I moved to Australia in 2006, and immediately contracted to one of the largest media publishers as the sole front-end developer in a small team tasked with rebuilding all of their flagship websites to… remove their content. They were unfortunately putting all their eggs in a Macromedia Flex paywall basket, and let’s just say it (luckily) didn’t go as planned.

After 6 months of daily, 6 hour round trip commutes nearly killing me, I found a senior Front-End Developer job in a local, “technical” agency. I spent 9 years leading the front-end direction of the team, building things for all sorts of clients: small business, banks, local and national government, which is where I learned to embrace the importance of web accessibility.

After working with or for everyone in my hometown of Newcastle, I decided to try the bigger Sydney market. I had a short, toxic stint at a famous Australian email marketing company, then had a great time at a leading sports publisher learning React and functional programming along the way. I then went headfirst into working remotely for a company in California, before doing 2 years remotely leading the front-end team at a national sporting body to rebuild all 19 websites and 38 apps.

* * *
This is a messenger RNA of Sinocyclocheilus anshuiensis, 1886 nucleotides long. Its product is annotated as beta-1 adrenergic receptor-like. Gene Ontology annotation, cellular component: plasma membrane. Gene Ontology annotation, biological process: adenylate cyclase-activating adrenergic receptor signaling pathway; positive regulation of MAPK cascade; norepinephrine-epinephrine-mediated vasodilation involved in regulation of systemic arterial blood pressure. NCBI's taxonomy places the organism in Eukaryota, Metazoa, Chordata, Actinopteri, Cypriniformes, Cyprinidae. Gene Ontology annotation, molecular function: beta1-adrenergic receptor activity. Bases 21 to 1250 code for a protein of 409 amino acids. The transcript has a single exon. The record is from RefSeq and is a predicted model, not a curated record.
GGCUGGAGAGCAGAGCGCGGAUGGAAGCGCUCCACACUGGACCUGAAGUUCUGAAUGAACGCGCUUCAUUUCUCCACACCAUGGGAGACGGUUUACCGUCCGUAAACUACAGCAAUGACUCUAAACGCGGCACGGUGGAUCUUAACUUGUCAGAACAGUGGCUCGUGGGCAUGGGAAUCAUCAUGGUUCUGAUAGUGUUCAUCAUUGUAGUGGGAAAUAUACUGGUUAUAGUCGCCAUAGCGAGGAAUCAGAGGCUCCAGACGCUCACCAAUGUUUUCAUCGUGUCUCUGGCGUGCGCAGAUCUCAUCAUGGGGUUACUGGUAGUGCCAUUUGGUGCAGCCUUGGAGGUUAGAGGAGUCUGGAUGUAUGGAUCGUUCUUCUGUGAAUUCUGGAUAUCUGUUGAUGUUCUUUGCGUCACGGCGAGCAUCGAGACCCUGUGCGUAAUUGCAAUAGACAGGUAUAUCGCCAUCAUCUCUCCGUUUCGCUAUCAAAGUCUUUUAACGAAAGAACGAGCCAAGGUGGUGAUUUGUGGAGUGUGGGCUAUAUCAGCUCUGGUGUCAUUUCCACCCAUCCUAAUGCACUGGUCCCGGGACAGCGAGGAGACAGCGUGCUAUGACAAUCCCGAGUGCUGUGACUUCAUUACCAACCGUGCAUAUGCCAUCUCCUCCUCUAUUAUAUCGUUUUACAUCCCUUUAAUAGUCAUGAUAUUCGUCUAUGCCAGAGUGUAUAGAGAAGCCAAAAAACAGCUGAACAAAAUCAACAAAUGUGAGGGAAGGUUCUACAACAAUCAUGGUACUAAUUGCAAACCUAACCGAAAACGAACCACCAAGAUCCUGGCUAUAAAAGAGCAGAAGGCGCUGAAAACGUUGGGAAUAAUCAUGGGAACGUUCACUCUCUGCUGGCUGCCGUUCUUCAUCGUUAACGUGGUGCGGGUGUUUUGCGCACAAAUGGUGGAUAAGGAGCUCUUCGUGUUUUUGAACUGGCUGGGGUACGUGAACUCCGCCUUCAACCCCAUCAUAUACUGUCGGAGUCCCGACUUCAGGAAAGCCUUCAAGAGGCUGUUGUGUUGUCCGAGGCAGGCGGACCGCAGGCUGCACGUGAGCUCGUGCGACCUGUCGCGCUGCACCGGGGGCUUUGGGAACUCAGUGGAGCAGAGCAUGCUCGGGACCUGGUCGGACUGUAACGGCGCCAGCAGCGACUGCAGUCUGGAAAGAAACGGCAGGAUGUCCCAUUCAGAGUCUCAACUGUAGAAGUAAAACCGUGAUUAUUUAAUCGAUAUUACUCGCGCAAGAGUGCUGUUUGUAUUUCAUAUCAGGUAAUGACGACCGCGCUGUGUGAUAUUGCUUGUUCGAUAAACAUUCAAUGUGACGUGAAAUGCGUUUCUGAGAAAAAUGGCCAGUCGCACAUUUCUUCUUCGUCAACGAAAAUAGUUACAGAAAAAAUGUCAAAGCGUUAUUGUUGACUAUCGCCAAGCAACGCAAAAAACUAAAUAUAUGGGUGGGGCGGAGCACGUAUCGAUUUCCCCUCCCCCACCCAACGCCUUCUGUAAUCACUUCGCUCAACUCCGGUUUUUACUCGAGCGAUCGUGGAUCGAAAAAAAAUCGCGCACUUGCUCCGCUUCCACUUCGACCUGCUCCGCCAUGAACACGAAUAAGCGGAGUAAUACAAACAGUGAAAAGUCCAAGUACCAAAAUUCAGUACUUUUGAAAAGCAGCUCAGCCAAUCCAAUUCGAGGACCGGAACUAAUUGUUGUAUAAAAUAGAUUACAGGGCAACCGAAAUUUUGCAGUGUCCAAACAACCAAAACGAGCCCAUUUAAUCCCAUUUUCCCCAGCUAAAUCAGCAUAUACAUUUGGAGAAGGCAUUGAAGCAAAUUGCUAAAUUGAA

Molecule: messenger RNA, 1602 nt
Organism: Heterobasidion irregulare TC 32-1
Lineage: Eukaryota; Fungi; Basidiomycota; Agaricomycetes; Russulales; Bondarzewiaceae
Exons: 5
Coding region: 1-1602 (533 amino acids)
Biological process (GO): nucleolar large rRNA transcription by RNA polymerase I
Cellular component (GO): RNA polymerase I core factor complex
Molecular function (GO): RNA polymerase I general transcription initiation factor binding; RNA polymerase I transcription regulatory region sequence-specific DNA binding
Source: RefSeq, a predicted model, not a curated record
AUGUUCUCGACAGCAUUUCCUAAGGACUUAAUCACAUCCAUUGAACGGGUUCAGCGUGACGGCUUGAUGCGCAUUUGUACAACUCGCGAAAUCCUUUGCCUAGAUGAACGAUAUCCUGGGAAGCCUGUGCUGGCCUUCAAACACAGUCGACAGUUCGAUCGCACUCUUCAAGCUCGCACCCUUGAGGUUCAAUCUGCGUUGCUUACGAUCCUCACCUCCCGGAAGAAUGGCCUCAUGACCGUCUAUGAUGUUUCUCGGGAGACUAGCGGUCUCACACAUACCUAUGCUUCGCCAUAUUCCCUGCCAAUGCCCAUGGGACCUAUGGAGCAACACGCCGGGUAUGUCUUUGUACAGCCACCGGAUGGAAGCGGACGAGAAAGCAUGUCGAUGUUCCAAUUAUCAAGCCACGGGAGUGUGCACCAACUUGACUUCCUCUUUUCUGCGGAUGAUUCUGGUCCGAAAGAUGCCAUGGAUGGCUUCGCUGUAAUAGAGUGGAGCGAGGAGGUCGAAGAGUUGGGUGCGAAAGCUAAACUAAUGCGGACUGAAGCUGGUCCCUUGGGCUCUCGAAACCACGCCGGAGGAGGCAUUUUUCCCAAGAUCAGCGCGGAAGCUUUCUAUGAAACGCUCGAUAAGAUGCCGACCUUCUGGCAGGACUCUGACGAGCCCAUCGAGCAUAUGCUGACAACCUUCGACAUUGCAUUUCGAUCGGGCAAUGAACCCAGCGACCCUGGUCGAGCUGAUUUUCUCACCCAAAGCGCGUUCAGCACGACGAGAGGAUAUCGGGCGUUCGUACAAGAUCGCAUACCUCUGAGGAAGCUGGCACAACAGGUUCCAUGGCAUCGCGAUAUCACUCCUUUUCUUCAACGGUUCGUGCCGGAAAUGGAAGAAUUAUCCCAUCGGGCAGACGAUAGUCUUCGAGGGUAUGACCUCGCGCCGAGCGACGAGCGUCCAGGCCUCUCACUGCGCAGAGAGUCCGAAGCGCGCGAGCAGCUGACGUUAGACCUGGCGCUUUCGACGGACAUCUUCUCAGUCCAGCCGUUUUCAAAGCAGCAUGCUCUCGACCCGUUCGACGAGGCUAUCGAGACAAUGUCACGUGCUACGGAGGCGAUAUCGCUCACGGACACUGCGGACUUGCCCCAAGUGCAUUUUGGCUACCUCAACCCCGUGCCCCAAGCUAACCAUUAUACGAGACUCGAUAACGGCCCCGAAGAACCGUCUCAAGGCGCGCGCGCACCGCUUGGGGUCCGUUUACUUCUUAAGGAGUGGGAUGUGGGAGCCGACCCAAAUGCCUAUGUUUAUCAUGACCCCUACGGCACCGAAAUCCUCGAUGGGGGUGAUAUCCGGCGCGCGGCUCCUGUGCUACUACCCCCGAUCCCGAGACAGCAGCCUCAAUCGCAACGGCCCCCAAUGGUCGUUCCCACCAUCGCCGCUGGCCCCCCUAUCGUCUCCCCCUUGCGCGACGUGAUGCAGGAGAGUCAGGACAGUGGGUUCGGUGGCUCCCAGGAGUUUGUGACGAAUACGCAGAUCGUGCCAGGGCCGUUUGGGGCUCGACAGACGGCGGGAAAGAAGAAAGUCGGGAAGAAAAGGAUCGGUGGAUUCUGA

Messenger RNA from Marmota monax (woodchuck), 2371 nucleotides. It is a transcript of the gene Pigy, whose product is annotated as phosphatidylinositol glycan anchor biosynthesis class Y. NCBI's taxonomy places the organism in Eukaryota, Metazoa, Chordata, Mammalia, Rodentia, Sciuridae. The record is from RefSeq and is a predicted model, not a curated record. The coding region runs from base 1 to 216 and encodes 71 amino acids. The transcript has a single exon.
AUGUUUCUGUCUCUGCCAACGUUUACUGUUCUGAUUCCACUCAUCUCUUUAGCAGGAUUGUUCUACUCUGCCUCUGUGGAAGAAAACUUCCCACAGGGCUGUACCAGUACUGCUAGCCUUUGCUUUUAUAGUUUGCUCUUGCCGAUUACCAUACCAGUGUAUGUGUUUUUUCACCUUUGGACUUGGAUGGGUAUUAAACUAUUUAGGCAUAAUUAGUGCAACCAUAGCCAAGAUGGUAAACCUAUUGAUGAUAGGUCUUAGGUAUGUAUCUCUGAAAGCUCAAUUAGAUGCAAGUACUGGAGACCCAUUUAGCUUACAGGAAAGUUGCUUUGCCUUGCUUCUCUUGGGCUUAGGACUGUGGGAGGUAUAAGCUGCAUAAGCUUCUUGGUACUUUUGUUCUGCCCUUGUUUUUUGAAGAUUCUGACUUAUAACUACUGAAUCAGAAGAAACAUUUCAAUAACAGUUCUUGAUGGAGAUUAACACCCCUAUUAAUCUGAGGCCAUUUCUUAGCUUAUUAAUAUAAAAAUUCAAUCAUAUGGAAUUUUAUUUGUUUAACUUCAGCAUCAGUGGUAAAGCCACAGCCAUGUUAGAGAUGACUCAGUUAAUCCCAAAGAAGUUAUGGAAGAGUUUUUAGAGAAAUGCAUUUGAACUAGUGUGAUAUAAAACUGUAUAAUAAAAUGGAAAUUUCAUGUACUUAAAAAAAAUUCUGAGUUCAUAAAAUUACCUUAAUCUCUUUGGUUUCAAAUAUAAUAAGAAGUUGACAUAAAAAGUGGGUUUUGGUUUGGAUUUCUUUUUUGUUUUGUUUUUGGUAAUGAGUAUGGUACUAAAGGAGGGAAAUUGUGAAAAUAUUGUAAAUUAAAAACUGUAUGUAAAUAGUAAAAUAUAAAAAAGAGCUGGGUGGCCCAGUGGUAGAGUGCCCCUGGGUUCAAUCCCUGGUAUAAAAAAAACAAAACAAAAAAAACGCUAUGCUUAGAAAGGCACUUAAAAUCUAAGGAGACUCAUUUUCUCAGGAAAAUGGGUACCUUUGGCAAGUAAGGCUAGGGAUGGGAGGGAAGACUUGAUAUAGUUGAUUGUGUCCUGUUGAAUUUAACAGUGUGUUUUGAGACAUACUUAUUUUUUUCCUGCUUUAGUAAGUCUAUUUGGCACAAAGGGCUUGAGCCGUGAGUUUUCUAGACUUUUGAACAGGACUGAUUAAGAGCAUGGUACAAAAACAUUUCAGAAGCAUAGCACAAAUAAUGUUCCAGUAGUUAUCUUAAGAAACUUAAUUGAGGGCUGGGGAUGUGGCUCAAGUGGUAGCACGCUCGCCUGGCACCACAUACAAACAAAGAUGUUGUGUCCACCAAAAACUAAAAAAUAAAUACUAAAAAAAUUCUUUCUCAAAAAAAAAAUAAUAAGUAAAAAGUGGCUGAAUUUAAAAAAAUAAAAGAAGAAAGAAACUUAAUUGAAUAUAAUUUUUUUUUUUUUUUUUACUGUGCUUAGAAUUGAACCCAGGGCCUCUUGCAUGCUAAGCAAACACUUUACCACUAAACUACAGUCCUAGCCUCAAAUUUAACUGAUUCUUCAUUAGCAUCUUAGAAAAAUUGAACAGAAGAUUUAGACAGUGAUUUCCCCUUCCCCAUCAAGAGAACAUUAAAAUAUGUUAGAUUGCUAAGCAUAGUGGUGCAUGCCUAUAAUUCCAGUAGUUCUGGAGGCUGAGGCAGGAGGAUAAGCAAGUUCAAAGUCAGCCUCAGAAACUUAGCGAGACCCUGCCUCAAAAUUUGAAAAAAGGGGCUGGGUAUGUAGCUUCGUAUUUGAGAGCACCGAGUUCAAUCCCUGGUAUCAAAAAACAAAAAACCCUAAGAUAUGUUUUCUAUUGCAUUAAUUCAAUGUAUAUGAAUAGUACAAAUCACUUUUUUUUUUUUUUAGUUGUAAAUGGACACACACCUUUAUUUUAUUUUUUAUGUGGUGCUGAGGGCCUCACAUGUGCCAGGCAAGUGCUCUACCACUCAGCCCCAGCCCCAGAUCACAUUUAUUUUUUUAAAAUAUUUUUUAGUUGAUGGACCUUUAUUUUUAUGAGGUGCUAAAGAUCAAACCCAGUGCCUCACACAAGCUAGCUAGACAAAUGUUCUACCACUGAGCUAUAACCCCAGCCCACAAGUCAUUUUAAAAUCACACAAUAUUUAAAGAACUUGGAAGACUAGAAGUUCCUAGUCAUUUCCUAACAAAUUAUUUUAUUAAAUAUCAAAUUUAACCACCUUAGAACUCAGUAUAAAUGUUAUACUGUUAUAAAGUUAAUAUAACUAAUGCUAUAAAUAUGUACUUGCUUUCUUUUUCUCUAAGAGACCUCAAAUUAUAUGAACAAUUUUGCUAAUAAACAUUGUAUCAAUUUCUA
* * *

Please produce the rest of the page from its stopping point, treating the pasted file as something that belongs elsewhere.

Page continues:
As mentioned earlier, I’m now the UX Engineering Architect at Hireup, a for-purpose startup that is helping to build a more inclusive community. Here, I remotely lead the direction of the UI engineering and the user experiences we build for all users, regardless of their ability.

I'm really excited by what’s coming in v3 of Vue.js

What is your tech stack? What languages do you use? What are your projects built with? Do you interact with servers, if so, what kind? What do you develop on/with?

For the last 3 years, my favourite front-end framework has been Vue.js, and I don’t see that changing any time soon; I'm really excited by what’s coming in v3. Vue is just easy to learn, feature-rich and flexible enough to perform in many different environments.

After writing CSS for nearly 20 years and creating many frameworks along the way, I’m now heavily into atomic CSS; writing yet another framework that we use and love at work.

I’ve been a Mac user for 4 years (although I customise it to make some things more Windows-like… thank you uBar, Contexts and Spectacle!) and my preferred editor is Atom, which I’ve heavily customised as well. I’ve tried VS Code many times, but I just can’t get on-board with it. I’m not sure what the future holds since technically Microsoft owns both, but I will hold on to Atom for as long as humanly possible.

I’m big into Design Systems and component libraries. Creating consistent experiences for our users is obviously a massive benefit, but setting structure around the way we design and build things also heavily benefits our Design and Engineering teams.

What do you love about your job?